their business, seemingly free, hut all the time being much
more useful to us than to the enemy.
Millions now work in factories which contribute to our
national defense and our national well-being. Millions more
will go into factories if an aU-out war comes. These factories
have been guarding against sabotage throughout their exis-
tence. Much sabotage has nothing to do with enemy action. It
can come from disgruntled employees, from carelessness.
Enemy sabotage is the extra added attraction of war, but it can
be handled in much the same way as peacetime sabotage. As a
worker in a factory you can keep your eyes open for all kinds
of sabotage and if you see something suspicious-report it to
the authorities. Do not take direct action.
Fouling up the civil defense organization of a city during
and after an A-bomb attack would be a logical objective of any
enemy. When communications lines are set up. safeguards will
be provided against sabotage of vital messages. The best de-
fense against this kind of sabotage 'is to be well trained in your
job. If you are you will know the people you will have to work
with. And you will know that you can trust those people.
There may be a danger to you after an A-bomb attack which
has nothing to do with enemy action, but which, if it occurs,
will help the enemy. This is looting.
There are always some people who like to take advantage of
disaster to other people. Sometimes these are only a few in-
dividuaJs, sometimes-especially in enemy countries during
World War II-the looting fever spreads and almost everybody
begins to help themselves.
A city which has suffered an A-bomb attack will have con-
trols placed upon it similar to martial law. Your police will
be helped in these controls by thousands of auxiliary police,
trained in the proper movement and restraint of people and
traffic, trained to take care and protect the law-abiding citizen.
If you see someone looting, report it immediately and, if your
civil defense organization has been well trained, the looters
will be taken care of.
A city which has suffered an A-bomb attock will have controls placed
upon it similar to martial law-
The practical release of atomic energy resulting in the
atomic bomb was an achievement that is considered equiva-
lent to the discovery of fire. Its consequences are world shaking,
affecting military strength and international relations, as well
as giving mankind a new source of power.
The atomic bomb project was the world's most gigantic
scientific project, Of as President Truman said in his 1945
announcement, "the greatest gamble in history."
The atomic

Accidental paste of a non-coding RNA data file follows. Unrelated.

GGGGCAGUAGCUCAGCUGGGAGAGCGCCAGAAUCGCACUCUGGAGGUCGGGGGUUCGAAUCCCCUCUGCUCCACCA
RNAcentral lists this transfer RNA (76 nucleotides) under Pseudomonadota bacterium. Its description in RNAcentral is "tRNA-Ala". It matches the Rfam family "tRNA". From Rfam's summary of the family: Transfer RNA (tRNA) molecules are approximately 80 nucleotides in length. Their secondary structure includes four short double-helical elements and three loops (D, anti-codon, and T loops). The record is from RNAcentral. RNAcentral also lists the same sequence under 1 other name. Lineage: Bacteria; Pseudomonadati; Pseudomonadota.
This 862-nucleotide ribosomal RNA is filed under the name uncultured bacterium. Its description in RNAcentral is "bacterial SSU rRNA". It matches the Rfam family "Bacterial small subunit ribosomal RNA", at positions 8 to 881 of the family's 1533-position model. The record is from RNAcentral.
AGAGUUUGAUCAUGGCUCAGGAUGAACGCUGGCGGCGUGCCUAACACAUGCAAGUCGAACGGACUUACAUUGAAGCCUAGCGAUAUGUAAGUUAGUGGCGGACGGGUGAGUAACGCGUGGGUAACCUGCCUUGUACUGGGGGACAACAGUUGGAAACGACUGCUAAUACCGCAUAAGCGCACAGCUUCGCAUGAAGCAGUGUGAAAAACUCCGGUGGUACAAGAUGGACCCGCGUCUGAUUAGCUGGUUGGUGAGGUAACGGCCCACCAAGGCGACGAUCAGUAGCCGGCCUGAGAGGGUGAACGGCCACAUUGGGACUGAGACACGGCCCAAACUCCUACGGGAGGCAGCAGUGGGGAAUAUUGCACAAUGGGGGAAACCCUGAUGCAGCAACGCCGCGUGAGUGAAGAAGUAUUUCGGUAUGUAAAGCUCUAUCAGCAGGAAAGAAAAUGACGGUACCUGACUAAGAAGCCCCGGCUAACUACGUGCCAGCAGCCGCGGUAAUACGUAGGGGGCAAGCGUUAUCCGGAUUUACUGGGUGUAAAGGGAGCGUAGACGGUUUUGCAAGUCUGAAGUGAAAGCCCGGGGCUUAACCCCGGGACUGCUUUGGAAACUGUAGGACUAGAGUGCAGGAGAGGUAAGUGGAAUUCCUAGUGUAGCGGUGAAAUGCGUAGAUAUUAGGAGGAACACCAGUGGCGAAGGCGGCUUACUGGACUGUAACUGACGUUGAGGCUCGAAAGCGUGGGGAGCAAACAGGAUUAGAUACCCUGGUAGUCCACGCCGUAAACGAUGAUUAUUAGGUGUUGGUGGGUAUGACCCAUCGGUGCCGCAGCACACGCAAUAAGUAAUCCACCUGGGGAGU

Historic dates in science's achievement of atomic power
have been added to human chronology: January 26, 1939,
when American physicists learned of European experiments
showing that one of the uranium isotopes underwent fission
with release of nuclear energy when bombarded with slow
neutrons; December 2, 1942, when the first self-maintaining
nuclear chain reaction was initiated in an uranium-graphite pile
at Stagg Field Stadium, Chicago; July 16, 1945, 5:30 a.m.,
when the first atomic explosion created by man blasted the New
Mexico desert; August 6, 1945, when the atomic bomb used in
warfare was dropped on Hiroshima, Japan; August II, 1945,
when Nagasaki was bombed; September 23, 1949, when Presi-
dent Truman announced, "We have evidence that within recent
weeks an atomic explosion occurred in the U.S.S.R."; Janu-
ary 31,1950, when President Truman authorized continuance
of work on the so-caned hydrogen bomb.
The story of the release of atomic energy reany begins
with many discoveries, experiments and theories in nuclear
physics in the 1930's, but the immediate start of the researches
which resulted so spectacularly was in January, 1939, when
two Germans, O. Hahn (awarded the Nobel prize in 1945)
and F. Strassmann proved that an isotope of barium was pro-
duced by neutron bombardment of uranium. The neutron is a
fundamental particle of matter without electrical charge and
with a mass about equal to that of the proton or nucleus of the
hydrogen atom. Two refugees from Germany, O. R. Frisch and
Lise Meitner, suggested that the absorption of a neutron by a
uranium nucleus sometimes caused that nucleus to split into
approximately equal parts with the conversion of some of the
mass, by Einstein's 1905 formulation (E= mc' ), into enor-
mous quantities of energy, a process called fission. These re-
ports were brought to the January 26, 1939, conference on
theoretical physics at Washington, D. C., jointly sponsored
by The George Washington University and the Carnegie In-
stitute of Washington, with Niels Bohr of Denmark, Enrico
Fermi and others discussing the problem. Experimental con-
firmation of uranium fission in several laboratories followed
and the suggested likelihood of emission of neutrons in the
process was demonstrated. This indicated the possibility of a
chain reaction releasing energy explosively, the neutrons pro-
duced splitting asunder other uranium atoms and producing
morc neutrons as well as energy.
The world's common sources of power, other than sun·
light and water power, are chemical reactions, such as the com-
bustion of oil and coal. They release energy as the result of
rearrangements in the outer electronic structures of the atoms.
This is the same kind of process that supplies energy to the